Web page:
STIFLING MOVE? What's more, consumers may be concerned about more than the price of HDTV sets once they understand the technology. Broadcasters are inserting electronic copyright protection into digital formats that limit individuals' ability to redistribute programs on a home network or insert clips into multimedia school projects. The broadcasters say the intent is to stop piracy, but consumer advocates claim the effect will be to stifle innovative uses of digital content that consumers should be allowed to experiment with.
"Imagine if we had said in the 1950s: Let's freeze technology right here," says Joe Kraus, executive director of consumer advocacy group DigitalConsumer.org. "Had you done that, you would have missed the VCR, you would have missed TiVO, you would have missed cable television. Any time you suggest we want to freeze the state of personal use, I think its bad for economic development."
None of this is to say HDTV won't become the dominant TV format eventually -- perhaps sooner rather than later. With minimal marketing, it's already selling itself. Cox's Pickelsimer says the cable company announced in July, 2002, that it would start delivering HDTV service in Las Vegas. The morning after the announcement was made, 11 people were waiting outside Cox offices to subscribe to the new service -- not a very long line, but an indication perhaps of the interest the format arouses. Cox declines to give the total number of subscribers who now use it.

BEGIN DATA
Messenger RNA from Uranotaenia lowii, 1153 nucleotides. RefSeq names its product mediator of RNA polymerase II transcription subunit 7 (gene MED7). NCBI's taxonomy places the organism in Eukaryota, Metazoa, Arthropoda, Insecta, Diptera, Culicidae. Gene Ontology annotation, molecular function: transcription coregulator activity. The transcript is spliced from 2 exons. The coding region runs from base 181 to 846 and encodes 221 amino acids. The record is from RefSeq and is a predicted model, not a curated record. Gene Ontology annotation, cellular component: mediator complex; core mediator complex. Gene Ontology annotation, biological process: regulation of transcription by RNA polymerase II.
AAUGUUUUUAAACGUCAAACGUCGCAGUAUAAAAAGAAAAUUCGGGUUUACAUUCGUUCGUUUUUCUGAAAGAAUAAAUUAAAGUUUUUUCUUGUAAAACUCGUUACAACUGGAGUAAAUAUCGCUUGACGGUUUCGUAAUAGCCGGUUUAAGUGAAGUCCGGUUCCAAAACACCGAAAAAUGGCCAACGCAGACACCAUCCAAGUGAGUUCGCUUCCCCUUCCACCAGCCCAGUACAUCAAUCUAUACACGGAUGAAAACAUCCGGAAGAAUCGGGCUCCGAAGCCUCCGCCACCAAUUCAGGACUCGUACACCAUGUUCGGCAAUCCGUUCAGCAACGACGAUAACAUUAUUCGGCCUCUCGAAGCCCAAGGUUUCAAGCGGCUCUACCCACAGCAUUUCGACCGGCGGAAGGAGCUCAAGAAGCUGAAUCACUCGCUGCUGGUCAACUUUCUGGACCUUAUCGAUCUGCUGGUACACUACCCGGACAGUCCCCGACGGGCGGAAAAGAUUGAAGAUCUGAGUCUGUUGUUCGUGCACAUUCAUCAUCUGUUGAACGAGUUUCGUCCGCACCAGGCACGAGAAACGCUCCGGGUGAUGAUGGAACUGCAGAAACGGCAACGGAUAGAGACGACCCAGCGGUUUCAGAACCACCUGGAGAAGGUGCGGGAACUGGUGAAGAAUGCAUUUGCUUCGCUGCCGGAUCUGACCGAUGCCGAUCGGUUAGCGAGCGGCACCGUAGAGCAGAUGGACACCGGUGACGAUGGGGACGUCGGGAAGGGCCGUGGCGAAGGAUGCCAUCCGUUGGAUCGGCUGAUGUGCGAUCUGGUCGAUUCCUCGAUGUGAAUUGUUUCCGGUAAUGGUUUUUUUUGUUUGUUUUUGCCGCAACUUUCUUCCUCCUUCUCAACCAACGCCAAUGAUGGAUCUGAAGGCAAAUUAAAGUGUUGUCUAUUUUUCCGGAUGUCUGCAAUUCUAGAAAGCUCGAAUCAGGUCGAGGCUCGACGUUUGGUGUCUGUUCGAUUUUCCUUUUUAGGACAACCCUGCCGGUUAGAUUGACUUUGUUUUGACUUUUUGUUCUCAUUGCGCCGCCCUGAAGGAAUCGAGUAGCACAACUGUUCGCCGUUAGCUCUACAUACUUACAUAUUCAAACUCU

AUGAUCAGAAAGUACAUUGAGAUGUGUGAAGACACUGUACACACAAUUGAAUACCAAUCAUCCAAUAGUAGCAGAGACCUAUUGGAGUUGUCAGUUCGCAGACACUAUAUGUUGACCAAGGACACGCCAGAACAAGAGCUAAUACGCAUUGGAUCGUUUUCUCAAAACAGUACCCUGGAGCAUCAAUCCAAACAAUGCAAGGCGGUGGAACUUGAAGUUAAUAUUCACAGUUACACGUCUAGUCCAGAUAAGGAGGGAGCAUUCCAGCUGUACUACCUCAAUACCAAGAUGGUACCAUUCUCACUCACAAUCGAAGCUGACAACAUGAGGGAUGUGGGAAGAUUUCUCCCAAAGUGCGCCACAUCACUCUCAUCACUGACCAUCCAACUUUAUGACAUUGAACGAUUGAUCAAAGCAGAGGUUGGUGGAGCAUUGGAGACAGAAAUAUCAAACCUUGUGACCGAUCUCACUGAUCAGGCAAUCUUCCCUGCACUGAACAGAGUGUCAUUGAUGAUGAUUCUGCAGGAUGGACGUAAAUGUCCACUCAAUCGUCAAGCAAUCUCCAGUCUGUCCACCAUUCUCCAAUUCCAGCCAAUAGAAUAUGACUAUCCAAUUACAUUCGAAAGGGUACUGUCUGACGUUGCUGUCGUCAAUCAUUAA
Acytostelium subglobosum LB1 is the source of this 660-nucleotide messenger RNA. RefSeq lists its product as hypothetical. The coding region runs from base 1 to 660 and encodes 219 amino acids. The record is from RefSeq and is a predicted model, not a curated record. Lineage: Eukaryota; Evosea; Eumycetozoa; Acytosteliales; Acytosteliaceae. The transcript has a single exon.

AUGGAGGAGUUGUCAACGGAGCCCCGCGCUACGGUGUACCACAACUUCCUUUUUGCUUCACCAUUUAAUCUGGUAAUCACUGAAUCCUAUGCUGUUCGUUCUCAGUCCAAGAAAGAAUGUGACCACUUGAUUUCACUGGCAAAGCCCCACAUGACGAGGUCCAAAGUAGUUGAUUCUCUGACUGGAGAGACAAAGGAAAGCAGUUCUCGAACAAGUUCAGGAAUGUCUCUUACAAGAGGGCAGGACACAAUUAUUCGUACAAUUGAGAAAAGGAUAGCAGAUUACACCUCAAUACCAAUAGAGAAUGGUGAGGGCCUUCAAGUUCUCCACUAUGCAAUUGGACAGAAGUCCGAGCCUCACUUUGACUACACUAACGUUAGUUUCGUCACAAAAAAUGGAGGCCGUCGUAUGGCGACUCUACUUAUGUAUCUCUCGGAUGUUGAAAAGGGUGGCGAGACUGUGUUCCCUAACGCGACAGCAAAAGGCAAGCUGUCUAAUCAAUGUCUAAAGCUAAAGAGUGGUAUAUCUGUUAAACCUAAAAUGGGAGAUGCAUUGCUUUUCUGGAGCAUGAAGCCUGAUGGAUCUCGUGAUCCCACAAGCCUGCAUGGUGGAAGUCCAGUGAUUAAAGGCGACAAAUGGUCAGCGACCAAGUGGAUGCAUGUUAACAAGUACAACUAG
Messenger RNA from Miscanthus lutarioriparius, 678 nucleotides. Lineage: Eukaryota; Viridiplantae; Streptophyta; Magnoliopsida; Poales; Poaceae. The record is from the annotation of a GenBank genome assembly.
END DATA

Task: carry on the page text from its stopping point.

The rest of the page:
SOFTWARE UPGRADES. Many cable operators are already pushing customers to adopt digital cable through upgraded set-top boxes. For about $10 more per month in most cases, subscribers to basic digital cable receive signals with picture quality comparable to analog signals. But cable networks can deliver these digital signals 6 to 12 times more efficiently than analog signals of comparable image quality, so digital subscribers get many more channels to choose from.
The current adoption rate is about 30% and rising, according Pickelsimer. In the near future, many of these digital tuners will also be able to deliver higher-grade HDTV signals through simple upgrades to the software that controls these set-top boxes.
Most important, the cost of HDTV units is sliding. HDNet's Cuban says prices are falling 2% per month as volumes increase and that many stores are having trouble keeping the sets on showroom floors. "When I go into the Wiz and the [NHL's New York] Rangers are playing on HDTV, you'll see a crowd of people," says the NHL's Litner. "They'll have their mouths open, catching flies."
Just don't expect fly-catching to turn into big profits soon. TV broadcasters and programmers will be swallowing the costs of upgrading everything from cameras to production facilities for some time. Even Cuban, who's among HDTV's biggest boosters, declines to talk about HDNet's revenues because they remain small. So though the Stanley Cup finals on HDTV will be a harbinger of what's ahead, it's a future that will arrive in fits and starts. By Alex Salkever